Income and Poverty

Informal care and poverty in the UK

Commissioned by: Joseph Rowntree Foundation

  • Published 24th May 2016
  • Authors: Hannah Aldridge, , Ceri Hughes,
  • Category: Income and Poverty

Informal carers provide care on an unpaid basis, often to family members. Some will provide a few hours of care each week, perhaps doing the shopping for someone who finds it difficult to get out of the house; others will provide round the clock care and companionship. Formal care, in contrast, is provided in return for payment.

This research uses data from the Family Resources Survey (from 2011/12 to 2013/14) to describe the situation of informal carers in the UK, and how being a carer has implications for employment, income and poverty.

Key findings

  • 5.3 million people in the UK routinely provide unpaid care to someone with a disability or health condition. Most carers (72%) provide care to immediate family, whether a parent (40%), partner (18%), son or daughter (14%). The most common arrangement was for carers to provide support to parents who were not living with them (33%).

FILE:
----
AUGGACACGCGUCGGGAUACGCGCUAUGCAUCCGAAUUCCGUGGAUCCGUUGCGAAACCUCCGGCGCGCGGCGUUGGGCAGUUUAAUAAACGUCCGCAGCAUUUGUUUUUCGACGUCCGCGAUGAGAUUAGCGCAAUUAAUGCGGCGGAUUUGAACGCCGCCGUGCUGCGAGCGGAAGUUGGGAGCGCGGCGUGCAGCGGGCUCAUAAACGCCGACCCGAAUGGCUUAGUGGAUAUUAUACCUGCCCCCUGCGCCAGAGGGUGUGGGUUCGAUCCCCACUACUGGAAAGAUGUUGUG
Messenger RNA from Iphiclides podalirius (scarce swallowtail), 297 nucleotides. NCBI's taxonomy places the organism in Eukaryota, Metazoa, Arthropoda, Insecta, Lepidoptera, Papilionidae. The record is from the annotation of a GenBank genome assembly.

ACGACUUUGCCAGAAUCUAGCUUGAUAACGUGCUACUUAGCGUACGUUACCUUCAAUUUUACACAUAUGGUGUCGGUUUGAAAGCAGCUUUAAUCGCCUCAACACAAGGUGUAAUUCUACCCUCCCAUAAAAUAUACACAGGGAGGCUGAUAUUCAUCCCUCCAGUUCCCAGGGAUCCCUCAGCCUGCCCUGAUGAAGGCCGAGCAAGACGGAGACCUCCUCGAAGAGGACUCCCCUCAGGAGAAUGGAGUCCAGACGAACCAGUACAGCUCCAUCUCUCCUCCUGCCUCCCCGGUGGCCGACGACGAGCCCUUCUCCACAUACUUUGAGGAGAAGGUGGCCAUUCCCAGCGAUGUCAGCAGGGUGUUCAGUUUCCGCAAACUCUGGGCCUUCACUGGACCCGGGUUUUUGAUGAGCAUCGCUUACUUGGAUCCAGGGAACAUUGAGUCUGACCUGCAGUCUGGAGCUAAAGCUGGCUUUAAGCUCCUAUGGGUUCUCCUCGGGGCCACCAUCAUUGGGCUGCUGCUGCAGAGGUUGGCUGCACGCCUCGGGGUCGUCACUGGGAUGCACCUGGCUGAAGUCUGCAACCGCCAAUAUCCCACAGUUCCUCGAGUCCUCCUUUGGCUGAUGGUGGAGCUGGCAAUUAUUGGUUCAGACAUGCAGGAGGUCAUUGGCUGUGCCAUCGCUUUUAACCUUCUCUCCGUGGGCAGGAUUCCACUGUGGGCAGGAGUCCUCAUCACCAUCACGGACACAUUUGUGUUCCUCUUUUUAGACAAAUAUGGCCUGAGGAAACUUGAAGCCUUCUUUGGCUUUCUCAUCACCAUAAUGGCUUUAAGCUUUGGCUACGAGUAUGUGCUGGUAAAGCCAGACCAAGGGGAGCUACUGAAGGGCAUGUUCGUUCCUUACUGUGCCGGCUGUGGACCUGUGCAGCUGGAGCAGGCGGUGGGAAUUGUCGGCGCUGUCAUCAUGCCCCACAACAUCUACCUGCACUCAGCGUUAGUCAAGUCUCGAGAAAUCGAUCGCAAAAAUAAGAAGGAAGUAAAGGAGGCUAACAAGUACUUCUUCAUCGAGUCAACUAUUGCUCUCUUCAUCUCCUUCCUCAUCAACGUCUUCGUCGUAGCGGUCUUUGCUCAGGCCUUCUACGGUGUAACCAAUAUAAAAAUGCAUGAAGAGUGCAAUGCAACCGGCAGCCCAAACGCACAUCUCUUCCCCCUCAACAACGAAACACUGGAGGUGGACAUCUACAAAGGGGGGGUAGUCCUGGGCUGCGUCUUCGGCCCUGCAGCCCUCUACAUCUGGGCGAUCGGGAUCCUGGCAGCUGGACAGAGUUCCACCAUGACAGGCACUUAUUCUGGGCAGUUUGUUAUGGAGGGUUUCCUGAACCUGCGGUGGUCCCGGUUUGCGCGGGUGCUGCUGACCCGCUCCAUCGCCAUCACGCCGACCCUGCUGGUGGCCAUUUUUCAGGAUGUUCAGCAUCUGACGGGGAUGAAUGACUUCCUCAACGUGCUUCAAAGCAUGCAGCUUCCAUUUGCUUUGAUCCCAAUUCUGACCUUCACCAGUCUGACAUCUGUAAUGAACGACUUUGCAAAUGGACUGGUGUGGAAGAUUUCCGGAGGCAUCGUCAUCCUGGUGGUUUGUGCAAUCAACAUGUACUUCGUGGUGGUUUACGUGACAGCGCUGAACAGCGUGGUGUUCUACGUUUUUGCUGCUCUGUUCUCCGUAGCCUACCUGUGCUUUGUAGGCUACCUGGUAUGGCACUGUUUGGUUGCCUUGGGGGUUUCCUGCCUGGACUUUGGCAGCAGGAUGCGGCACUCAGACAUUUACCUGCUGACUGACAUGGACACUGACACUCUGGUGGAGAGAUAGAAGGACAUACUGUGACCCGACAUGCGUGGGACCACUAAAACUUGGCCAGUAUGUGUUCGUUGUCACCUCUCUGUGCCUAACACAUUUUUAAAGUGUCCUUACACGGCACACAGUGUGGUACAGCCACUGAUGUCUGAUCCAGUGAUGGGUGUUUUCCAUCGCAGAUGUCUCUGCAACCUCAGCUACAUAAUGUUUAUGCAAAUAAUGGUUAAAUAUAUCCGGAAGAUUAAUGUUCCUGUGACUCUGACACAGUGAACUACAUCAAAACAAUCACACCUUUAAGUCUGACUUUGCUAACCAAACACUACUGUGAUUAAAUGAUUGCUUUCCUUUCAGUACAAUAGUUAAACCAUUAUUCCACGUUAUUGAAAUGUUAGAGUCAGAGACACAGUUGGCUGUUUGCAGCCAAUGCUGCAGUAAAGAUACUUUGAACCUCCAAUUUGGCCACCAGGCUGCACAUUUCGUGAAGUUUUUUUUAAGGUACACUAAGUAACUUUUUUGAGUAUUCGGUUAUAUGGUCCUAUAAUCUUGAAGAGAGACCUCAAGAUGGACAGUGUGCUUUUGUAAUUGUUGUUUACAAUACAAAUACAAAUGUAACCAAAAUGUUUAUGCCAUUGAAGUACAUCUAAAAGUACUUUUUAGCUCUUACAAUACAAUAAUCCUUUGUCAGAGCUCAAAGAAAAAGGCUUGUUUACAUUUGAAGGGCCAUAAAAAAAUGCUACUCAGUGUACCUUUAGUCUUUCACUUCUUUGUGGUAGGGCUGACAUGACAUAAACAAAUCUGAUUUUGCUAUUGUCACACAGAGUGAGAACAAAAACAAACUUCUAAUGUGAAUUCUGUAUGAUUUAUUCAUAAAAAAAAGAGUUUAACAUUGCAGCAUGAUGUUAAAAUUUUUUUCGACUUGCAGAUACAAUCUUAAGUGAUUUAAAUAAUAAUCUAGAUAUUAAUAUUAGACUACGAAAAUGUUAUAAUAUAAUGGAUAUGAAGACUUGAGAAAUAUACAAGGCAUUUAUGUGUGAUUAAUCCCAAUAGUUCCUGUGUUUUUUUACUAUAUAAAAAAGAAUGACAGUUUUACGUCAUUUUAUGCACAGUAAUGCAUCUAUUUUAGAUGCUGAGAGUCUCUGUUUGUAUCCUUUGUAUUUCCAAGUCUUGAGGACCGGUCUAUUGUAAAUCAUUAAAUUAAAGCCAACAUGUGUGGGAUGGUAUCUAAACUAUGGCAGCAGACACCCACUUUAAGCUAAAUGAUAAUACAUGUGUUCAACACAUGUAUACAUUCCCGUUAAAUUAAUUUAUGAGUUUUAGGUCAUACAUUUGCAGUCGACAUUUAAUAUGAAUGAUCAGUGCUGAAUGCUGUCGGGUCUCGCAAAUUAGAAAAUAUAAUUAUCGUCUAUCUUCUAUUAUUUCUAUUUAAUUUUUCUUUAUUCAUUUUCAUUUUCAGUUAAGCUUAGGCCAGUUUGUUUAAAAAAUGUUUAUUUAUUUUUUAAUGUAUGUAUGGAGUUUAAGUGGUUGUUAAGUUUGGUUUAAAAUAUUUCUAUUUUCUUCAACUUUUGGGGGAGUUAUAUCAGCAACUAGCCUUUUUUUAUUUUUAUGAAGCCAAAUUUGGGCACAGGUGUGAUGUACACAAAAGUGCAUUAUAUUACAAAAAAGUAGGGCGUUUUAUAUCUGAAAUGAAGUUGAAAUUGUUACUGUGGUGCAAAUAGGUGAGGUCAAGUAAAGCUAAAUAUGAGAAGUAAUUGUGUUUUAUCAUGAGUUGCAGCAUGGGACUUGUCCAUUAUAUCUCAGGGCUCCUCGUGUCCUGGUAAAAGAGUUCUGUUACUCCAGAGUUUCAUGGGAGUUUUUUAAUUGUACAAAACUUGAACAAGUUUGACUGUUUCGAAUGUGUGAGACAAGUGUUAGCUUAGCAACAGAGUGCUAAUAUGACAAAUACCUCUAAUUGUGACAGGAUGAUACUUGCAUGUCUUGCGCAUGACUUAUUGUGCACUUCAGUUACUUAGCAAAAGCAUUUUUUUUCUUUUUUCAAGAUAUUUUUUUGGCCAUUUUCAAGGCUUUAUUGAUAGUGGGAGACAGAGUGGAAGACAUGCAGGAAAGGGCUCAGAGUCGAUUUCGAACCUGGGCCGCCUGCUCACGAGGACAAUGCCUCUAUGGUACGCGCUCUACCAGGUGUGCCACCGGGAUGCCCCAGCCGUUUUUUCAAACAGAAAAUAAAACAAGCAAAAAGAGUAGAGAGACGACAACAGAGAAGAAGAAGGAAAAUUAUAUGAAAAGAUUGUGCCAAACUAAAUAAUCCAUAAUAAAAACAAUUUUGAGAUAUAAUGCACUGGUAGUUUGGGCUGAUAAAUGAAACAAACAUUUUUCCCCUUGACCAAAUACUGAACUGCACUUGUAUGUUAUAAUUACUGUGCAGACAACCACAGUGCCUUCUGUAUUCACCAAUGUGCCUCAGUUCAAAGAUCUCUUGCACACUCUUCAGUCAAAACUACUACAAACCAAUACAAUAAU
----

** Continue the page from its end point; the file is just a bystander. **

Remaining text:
• 1 in 10 adults provide unpaid care, rising to 20% of women and 13% of men aged between 55 and 64
  • The poverty rate among working-age carers increases with the number of hours they care for, particularly after 20 hours per week.
  • 2.6 million working-age carers provide less than 20 hours and have a lower poverty rate than the average non-carer (of 21%). 1.4 million working-age adults provide at least 20 hours of care and have a poverty rate of 37%.
  • Despite the challenges of combining care with employment, 400,000 people are doing a full working week alongside long hours of care (20 hours or more)
  • Working-age people who provide care for 20 hours or more each week tend to have lower qualification levels. Overall, 70% of those who cared for 20 hours or more had no or low qualifications compared with around half of low intensity carers (52%) or non-carers (48%).